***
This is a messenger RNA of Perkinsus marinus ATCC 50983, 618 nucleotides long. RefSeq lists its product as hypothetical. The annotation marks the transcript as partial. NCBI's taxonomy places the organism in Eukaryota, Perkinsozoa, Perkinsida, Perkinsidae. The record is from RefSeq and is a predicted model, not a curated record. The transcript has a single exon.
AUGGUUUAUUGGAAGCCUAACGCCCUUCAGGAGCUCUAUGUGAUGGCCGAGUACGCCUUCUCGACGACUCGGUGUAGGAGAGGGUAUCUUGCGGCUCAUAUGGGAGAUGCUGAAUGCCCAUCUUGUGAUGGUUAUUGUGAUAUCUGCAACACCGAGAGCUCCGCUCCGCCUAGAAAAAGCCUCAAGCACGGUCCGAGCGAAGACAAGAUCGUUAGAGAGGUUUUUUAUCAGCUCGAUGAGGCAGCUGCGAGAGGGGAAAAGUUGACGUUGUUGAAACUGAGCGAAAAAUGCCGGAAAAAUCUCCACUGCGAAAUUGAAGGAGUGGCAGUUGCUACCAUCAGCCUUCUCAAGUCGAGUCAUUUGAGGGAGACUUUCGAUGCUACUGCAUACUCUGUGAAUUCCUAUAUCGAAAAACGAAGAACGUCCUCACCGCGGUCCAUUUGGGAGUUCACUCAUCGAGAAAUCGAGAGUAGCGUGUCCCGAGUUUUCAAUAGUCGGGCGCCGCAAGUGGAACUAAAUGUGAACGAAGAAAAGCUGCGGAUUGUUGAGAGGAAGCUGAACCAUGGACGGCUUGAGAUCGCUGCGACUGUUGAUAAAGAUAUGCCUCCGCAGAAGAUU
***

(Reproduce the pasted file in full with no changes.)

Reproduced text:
This is a messenger RNA of Perkinsus marinus ATCC 50983, 618 nucleotides long. RefSeq lists its product as hypothetical. The annotation marks the transcript as partial. NCBI's taxonomy places the organism in Eukaryota, Perkinsozoa, Perkinsida, Perkinsidae. The record is from RefSeq and is a predicted model, not a curated record. The transcript has a single exon.
AUGGUUUAUUGGAAGCCUAACGCCCUUCAGGAGCUCUAUGUGAUGGCCGAGUACGCCUUCUCGACGACUCGGUGUAGGAGAGGGUAUCUUGCGGCUCAUAUGGGAGAUGCUGAAUGCCCAUCUUGUGAUGGUUAUUGUGAUAUCUGCAACACCGAGAGCUCCGCUCCGCCUAGAAAAAGCCUCAAGCACGGUCCGAGCGAAGACAAGAUCGUUAGAGAGGUUUUUUAUCAGCUCGAUGAGGCAGCUGCGAGAGGGGAAAAGUUGACGUUGUUGAAACUGAGCGAAAAAUGCCGGAAAAAUCUCCACUGCGAAAUUGAAGGAGUGGCAGUUGCUACCAUCAGCCUUCUCAAGUCGAGUCAUUUGAGGGAGACUUUCGAUGCUACUGCAUACUCUGUGAAUUCCUAUAUCGAAAAACGAAGAACGUCCUCACCGCGGUCCAUUUGGGAGUUCACUCAUCGAGAAAUCGAGAGUAGCGUGUCCCGAGUUUUCAAUAGUCGGGCGCCGCAAGUGGAACUAAAUGUGAACGAAGAAAAGCUGCGGAUUGUUGAGAGGAAGCUGAACCAUGGACGGCUUGAGAUCGCUGCGACUGUUGAUAAAGAUAUGCCUCCGCAGAAGAUU